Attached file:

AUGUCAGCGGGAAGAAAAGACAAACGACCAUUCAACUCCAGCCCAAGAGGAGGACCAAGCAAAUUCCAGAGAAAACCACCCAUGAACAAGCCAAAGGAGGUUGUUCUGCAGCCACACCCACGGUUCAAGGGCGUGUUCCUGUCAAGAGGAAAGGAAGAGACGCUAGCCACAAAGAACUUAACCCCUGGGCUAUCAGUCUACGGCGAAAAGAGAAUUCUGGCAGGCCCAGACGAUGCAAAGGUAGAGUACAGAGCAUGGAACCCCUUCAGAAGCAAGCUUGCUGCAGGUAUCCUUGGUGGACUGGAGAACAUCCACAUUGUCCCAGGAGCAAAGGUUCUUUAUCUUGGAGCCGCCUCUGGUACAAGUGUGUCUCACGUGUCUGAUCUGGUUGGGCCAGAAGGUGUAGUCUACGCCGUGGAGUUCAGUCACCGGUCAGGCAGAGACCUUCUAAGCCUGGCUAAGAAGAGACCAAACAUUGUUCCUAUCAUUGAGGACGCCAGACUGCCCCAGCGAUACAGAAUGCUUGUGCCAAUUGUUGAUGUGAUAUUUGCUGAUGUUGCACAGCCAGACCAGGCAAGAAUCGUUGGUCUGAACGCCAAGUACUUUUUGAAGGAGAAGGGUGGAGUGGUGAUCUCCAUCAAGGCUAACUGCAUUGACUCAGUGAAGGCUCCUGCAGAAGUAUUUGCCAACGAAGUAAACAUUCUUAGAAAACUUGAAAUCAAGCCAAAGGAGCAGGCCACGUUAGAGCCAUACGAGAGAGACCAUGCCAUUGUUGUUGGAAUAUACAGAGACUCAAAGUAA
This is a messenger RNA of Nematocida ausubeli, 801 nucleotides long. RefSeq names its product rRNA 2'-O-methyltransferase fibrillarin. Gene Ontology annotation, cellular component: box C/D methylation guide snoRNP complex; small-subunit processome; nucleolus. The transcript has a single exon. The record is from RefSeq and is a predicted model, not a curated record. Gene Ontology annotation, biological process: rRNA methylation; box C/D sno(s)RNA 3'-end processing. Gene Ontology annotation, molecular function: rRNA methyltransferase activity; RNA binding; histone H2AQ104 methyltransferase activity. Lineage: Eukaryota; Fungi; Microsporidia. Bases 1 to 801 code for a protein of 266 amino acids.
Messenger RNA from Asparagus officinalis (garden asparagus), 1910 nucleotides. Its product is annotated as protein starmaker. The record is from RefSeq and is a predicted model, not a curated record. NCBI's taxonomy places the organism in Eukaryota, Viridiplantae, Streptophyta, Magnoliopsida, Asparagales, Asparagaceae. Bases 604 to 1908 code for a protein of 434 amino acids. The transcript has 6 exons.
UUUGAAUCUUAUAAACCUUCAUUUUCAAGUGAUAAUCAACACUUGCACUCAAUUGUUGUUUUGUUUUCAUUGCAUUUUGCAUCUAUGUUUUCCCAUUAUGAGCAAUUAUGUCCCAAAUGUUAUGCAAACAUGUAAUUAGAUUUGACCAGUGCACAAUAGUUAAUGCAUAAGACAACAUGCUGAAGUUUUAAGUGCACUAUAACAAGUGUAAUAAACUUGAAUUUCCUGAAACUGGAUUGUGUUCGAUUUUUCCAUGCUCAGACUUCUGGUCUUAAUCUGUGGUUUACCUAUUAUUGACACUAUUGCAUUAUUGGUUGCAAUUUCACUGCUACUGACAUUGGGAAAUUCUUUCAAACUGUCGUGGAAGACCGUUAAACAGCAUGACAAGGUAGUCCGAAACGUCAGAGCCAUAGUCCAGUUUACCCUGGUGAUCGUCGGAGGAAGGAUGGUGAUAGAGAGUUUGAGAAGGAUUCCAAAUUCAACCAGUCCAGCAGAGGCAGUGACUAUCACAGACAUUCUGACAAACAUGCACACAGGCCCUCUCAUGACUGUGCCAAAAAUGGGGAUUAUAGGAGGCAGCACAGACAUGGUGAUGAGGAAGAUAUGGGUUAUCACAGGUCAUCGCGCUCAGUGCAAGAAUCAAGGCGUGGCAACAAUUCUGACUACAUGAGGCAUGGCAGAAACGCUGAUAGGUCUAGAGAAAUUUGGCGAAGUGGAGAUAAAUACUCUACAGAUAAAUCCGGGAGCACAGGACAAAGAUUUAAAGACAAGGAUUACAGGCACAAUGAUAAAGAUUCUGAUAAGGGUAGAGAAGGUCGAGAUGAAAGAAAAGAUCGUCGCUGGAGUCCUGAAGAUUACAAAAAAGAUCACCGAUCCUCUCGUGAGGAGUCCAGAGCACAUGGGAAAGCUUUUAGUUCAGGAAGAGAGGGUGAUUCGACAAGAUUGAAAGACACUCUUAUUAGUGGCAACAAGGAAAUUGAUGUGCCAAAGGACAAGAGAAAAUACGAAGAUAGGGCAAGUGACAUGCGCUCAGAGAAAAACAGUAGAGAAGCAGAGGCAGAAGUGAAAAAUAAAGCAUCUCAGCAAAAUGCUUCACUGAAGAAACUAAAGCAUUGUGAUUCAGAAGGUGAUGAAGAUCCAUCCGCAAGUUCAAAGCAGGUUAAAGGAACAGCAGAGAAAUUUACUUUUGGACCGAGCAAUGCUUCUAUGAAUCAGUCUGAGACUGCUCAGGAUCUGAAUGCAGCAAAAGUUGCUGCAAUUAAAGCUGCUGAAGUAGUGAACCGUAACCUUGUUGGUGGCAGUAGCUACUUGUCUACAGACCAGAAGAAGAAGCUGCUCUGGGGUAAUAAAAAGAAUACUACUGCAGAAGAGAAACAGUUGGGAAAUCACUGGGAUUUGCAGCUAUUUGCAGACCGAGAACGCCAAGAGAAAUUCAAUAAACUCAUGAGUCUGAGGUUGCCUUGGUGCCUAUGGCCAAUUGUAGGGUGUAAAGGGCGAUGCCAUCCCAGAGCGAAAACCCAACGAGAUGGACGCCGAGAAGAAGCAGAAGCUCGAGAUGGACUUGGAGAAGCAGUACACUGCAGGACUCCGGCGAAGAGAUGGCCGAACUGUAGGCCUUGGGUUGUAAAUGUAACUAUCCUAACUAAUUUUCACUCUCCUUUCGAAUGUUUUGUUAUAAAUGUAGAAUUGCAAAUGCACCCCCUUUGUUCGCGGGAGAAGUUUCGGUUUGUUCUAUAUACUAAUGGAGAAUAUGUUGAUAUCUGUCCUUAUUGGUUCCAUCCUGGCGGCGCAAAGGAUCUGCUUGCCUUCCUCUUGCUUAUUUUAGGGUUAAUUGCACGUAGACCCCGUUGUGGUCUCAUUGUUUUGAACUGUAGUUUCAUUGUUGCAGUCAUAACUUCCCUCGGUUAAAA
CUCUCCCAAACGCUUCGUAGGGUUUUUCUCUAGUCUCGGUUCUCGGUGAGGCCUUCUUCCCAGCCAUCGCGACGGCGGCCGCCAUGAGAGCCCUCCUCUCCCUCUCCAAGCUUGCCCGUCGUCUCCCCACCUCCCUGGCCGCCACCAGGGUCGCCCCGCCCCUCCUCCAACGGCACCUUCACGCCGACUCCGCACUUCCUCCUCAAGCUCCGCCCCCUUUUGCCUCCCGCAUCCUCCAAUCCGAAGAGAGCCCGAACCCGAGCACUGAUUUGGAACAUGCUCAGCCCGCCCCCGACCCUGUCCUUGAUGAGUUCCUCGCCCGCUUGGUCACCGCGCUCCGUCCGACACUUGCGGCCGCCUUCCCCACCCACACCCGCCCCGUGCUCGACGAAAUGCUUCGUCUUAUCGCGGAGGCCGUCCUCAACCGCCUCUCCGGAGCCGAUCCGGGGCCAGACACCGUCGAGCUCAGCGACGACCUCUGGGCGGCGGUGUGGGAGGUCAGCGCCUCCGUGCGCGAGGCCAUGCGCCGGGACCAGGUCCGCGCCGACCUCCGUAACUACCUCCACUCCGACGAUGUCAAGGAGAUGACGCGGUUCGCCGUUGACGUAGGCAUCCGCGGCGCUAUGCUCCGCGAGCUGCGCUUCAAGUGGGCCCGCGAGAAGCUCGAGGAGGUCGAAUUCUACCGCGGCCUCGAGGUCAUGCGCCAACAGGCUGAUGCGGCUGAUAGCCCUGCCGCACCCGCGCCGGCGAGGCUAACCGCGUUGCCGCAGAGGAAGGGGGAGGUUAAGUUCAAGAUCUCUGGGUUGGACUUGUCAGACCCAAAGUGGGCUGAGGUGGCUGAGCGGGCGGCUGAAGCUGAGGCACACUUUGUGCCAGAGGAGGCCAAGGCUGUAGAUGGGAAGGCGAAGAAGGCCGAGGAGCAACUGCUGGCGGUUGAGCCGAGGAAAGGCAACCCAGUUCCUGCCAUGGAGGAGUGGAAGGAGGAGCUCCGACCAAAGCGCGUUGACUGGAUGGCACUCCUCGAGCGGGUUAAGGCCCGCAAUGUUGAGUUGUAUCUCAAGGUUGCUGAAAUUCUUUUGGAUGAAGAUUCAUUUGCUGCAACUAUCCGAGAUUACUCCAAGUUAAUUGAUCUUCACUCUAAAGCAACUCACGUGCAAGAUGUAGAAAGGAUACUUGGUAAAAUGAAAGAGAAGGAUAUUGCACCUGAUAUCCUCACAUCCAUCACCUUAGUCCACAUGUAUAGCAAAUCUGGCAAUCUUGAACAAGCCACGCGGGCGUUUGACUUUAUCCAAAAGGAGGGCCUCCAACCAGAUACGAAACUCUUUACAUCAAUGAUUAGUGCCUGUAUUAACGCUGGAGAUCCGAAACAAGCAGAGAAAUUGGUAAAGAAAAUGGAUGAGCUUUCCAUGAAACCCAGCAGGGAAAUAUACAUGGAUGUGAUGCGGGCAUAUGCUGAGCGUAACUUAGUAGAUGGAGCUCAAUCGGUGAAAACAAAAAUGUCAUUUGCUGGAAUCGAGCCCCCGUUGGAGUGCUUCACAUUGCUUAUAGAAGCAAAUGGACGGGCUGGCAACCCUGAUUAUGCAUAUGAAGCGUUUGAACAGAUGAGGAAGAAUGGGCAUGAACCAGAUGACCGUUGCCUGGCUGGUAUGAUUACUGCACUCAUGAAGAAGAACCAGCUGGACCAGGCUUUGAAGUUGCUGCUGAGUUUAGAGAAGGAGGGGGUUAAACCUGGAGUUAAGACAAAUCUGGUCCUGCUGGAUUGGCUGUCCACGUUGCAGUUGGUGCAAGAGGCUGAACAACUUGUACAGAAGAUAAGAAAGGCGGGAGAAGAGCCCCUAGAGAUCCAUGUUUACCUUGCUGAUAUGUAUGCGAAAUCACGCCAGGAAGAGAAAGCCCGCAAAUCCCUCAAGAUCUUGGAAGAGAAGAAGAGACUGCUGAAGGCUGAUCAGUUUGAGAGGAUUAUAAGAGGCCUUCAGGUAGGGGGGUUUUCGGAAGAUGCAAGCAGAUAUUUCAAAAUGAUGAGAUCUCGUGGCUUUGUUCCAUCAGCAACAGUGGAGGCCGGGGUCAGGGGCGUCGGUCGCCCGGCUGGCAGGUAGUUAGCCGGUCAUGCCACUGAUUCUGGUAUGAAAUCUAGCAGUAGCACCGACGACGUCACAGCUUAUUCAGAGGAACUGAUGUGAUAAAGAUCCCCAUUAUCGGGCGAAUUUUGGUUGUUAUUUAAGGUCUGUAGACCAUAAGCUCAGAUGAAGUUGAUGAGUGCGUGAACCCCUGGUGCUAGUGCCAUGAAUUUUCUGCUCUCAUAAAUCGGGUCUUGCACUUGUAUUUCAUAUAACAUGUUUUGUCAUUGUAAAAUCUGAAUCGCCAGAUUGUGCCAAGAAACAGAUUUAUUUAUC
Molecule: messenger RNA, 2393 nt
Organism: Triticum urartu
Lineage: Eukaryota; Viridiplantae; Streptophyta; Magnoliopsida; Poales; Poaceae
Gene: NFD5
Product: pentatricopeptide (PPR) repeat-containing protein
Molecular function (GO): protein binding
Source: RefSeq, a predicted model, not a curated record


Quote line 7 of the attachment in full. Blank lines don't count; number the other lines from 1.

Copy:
Organism: Triticum urartu